The position is credited to English biologist Thomas Huxley (Huxley 1874), who analogised mental properties to the whistle on a steam locomotive. The position found favour amongst scientific behaviourists over the next few decades, until behaviourism itself fell to the cognitive revolution in the 1960s. Recently, epiphenomenalism has gained popularity with those struggling to reconcile non-reductive physicalism and mental causation.
In the paper Epiphenomenal Qualia and later What Mary Didn't Know Frank Jackson made the so-called knowledge argument against physicalism. The thought experiment was originally proposed by Frank Jackson as follows:
Mary is a brilliant scientist who is, for whatever reason, forced to investigate the world from a black and white room via a black and white television monitor. She specializes in the neurophysiology of vision and acquires, let us suppose, all the physical information there is to obtain about what goes on when we see ripe tomatoes, or the sky, and use terms like 'red', 'blue', and so on. She discovers, for example, just which wavelength combinations from the sky stimulate the retina, and exactly how this produces via the central nervous system the contraction of the vocal cords and expulsion of air from the lungs that results in the uttering of the sentence 'The sky is blue'. [...] What will happen when Mary is released from her black and white room or is given a color television monitor? Will she learn anything or not?
Panpsychist property dualism
Panpsychism is the view that all matter has a mental aspect, or, alternatively, all objects have a unified center of experience or point of view. Superficially, it seems to be a form of property dualism, since it regards everything as having both mental and physical properties. However, some panpsychists say that mechanical behaviour is derived from the primitive mentality of atoms and molecules — as are sophisticated mentality and organic behaviour, the difference being attributed to the presence or absence of complex structure in a compound object. So long as the reduction of non-mental properties to mental ones is in place, panpsychism is not strictly a form of property dualism; otherwise it is.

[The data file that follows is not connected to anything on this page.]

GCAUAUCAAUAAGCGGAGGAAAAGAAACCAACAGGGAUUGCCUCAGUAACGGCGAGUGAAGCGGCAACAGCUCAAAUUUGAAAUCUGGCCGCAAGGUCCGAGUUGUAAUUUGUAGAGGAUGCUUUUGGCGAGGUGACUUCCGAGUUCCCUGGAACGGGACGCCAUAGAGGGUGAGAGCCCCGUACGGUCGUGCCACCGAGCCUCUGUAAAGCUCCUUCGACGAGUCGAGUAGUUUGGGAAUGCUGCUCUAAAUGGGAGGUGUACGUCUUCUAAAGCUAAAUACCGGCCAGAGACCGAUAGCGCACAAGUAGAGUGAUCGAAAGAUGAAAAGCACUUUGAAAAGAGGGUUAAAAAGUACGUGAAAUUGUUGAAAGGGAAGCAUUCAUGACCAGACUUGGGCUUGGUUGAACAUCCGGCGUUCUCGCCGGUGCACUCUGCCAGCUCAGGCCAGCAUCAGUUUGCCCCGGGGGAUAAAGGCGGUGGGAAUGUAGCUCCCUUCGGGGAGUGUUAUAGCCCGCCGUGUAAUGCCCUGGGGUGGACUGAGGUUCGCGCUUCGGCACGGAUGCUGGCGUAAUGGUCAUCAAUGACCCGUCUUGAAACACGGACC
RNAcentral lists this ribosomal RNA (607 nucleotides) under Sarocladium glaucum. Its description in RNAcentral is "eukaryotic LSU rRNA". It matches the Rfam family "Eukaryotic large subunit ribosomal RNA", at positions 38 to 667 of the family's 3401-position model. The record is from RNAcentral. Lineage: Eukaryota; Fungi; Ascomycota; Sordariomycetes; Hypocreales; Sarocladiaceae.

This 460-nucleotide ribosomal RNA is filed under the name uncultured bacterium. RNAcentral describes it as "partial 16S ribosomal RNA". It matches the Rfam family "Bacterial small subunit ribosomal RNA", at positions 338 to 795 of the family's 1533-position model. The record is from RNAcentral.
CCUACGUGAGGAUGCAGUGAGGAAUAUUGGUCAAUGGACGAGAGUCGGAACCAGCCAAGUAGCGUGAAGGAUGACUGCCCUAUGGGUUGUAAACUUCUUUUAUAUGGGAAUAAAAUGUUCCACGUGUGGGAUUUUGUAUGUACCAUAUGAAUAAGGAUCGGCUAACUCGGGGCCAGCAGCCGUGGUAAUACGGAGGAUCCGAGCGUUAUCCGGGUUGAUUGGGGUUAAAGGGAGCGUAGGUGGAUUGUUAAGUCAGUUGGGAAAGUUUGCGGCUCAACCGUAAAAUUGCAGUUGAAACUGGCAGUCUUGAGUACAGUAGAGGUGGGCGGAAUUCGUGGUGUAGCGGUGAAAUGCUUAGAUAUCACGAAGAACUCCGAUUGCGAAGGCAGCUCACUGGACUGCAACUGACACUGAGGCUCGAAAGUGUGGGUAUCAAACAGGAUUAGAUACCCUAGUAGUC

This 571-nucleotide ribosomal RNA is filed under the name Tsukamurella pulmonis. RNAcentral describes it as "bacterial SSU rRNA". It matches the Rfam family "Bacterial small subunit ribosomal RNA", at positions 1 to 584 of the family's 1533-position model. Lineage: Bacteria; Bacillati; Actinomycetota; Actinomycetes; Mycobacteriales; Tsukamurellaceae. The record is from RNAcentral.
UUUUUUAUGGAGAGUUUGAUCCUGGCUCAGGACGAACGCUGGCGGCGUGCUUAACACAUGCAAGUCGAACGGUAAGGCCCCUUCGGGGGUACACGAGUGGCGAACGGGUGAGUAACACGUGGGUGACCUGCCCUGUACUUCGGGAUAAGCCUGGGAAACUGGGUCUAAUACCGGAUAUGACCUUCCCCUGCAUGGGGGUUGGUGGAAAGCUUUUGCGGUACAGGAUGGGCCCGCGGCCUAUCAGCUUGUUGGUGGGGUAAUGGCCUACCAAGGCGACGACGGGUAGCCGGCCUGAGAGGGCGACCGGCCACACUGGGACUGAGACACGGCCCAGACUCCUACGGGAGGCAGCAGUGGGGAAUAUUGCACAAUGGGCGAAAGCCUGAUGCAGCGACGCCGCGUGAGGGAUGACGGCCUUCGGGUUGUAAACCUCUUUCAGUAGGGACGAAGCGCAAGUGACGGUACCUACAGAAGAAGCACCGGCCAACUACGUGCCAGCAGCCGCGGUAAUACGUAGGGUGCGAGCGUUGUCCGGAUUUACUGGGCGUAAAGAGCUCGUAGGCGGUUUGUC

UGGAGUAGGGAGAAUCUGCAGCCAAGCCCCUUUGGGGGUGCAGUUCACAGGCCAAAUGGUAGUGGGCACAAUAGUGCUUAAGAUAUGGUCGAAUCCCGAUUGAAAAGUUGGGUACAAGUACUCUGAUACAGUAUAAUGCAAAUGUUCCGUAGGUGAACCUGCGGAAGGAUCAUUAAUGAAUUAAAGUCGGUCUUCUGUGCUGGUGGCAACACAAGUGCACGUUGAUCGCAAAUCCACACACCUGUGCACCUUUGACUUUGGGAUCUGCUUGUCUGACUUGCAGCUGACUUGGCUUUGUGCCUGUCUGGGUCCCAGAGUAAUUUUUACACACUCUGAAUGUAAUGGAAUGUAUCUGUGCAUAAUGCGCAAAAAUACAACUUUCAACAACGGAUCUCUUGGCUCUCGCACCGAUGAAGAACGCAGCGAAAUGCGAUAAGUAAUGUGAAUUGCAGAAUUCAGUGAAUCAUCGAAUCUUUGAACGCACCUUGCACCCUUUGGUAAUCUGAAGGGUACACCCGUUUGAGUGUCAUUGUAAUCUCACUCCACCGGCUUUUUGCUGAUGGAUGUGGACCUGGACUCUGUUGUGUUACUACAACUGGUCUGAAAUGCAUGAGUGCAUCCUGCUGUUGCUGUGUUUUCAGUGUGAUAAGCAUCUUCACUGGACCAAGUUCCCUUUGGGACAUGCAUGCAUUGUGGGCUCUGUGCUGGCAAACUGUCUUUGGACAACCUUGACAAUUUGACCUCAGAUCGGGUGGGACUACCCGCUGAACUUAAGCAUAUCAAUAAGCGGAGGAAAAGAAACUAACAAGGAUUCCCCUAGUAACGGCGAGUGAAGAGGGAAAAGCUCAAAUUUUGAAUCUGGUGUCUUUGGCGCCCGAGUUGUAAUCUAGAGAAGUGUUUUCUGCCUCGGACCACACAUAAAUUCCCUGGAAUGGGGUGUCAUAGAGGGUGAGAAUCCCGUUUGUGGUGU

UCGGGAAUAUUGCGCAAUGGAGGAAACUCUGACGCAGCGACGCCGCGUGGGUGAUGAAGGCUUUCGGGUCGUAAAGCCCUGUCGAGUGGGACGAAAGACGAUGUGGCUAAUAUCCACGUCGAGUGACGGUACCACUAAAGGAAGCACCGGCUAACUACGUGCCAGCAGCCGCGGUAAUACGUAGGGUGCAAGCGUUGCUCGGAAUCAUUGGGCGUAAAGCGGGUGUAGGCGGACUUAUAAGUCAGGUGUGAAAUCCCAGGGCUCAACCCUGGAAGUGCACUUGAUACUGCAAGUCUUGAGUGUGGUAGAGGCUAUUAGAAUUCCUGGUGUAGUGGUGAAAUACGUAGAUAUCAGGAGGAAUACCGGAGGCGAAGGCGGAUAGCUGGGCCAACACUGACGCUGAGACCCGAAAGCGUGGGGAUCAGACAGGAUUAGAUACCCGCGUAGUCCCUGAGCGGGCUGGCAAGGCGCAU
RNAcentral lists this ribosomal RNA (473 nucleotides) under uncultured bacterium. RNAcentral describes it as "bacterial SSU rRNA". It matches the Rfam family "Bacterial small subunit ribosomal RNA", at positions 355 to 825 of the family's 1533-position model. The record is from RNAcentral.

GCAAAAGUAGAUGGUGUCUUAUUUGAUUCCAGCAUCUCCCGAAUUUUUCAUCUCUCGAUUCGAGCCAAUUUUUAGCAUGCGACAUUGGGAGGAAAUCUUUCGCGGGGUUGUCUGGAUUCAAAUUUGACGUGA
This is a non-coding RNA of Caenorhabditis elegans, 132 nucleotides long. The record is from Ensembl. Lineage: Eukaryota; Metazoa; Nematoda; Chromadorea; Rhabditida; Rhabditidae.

Thomas Nagel posed the question What is it like to be a bat? Daniel Dennett, a critic of Nagel's argument, nevertheless called this paper "the most widely cited and influential thought experiment about consciousness.":441
If physicalism is to be defended, the phenomenological features must themselves be given a physical account. But when we examine their subjective character it seems that such a result is impossible. The reason is that every subjective phenomenon is essentially connected with a single point of view and it seems inevitable that an objective, physical theory will abandon that point of view.
In more recent work, David Chalmers has revisited his formerly negative views concerning quantum-theories of consciousness, and expressed sympathy towards the idea that consciousness be identified with the collapse of the wave-function.
Kripke has a well-known argument for some kind of property dualism. Using the concept of rigid designators, he states that if dualism is logically possible, then it is the case.
Let 'Descartes' be a name, or rigid designator, of a certain person, and let 'B' be a rigid designator of his body. Then if Descartes were indeed identical to B, the supposed identity, being an identity between two rigid designators, would be necessary.
- Churchland, Paul (1984). Matter and Consciousness.
- Davidson, D. (1970) "Mental Events", in Actions and Events, Oxford: Clarendon Press, 1980
- Huxley, Thomas. (1874) "On the Hypothesis that Animals are Automata, and its History", The Fortnightly Review, n.s. 16, pp. 555–580. Reprinted in Method and Results: Essays by Thomas H. Huxley (New York: D. Appleton and Company, 1898)
- Jackson, F. (1982) "Epiphenomenal Qualia", The Philosophical Quarterly 32: 127-136.
- Kim, Jaegwon. (1993) "Supervenience and Mind", Cambridge: Cambridge University Press.
- MacLaughlin, B. (1992) "The Rise and Fall of British Emergentism", in Beckerman, et al. (eds), Emergence or Reduction?, Berlin: De Gruyter.
- Mill, John Stuart (1843). "System of Logic". London: Longmans, Green, Reader, and Dyer. [8th ed., 1872].